Fake O2 Texts Phish for Victim Credentials

A new text-based scam is making the rounds in the UK. Potential victims of the scam receive fake text messages that pose as official communication from British telecom company O2, asking users to update billing details.

The fake text message claims that your payment details are "incorrect" and urges the victim to update them by tapping on a malicious link contained in the text. The full text of the scam reads:

"O2: Your billing details are incorrect, please update them by going to your O2 account on your desktop or mobile phone."

This is followed by the fake user account link which, of course, we are not going to publish here but will simply mention the domain used ends in .co and not in .co.uk, like the domain that the legitimate O2 website uses.

In response to the spreading phishing scam, O2 set up a dedicated page on their website to warn people against the fraudulent texts and raise awareness of the issue. This sort of low-profile, easily disseminated scam is not the first of its kind. In the middle of summer 2020 a similar fake text was being distributed, claiming that a user payment failed to go through and an update of the user's payment method was needed, accompanied by a similar phishing domain, made to scrape the login credentials and any other info scared victims would willingly provide.

How to Stay Safe from Phishing and Scams?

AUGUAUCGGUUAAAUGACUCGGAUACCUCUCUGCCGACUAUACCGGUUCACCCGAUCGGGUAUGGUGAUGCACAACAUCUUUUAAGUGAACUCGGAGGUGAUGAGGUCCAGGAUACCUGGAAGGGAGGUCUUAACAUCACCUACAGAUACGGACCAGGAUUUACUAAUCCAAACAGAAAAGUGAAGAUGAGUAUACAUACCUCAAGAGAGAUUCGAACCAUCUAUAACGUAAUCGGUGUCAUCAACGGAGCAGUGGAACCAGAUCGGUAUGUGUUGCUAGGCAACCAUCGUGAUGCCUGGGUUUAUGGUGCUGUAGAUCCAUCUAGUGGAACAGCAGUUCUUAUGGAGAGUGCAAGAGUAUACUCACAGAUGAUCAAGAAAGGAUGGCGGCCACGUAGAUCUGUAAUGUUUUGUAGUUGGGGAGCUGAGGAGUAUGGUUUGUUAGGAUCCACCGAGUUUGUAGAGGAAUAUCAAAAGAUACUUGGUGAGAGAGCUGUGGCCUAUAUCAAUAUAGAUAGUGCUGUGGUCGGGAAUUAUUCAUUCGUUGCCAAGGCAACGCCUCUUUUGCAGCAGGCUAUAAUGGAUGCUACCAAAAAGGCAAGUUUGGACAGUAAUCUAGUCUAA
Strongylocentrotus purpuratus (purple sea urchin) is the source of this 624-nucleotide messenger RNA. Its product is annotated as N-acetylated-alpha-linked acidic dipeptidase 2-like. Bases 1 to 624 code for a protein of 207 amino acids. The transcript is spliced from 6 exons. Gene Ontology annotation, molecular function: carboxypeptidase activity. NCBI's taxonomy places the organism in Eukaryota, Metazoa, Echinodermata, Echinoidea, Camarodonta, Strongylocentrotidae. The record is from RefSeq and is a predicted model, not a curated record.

Phishing is becoming an increasingly common method of scamming people out of their credentials, personal information or even directly their money. Clever social engineering combined with the fraudulent use of popular brand names can do a lot for fraudsters. However, there are a few general rules of thumb that can help you stay safe.

Always check any suspicious text or email thoroughly for any grammar or spelling mistakes. Sometimes bad actors will register a fake domain that just replaces a letter with a number - make sure you don't overlook such fakes. Double-check all URLs and links and never follow any links contained in a message or email that you feel unsure about. Make sure to check the official domain name of any company or organization that allegedly sends you any messages and cross-reference them with the domains used in the message.

Never provide your credentials or personal information in any forms that you open from suspicious messages or emails. Hackers can set up convincing fakes of legitimate login portals and steal your credentials through them.

September 25, 2020

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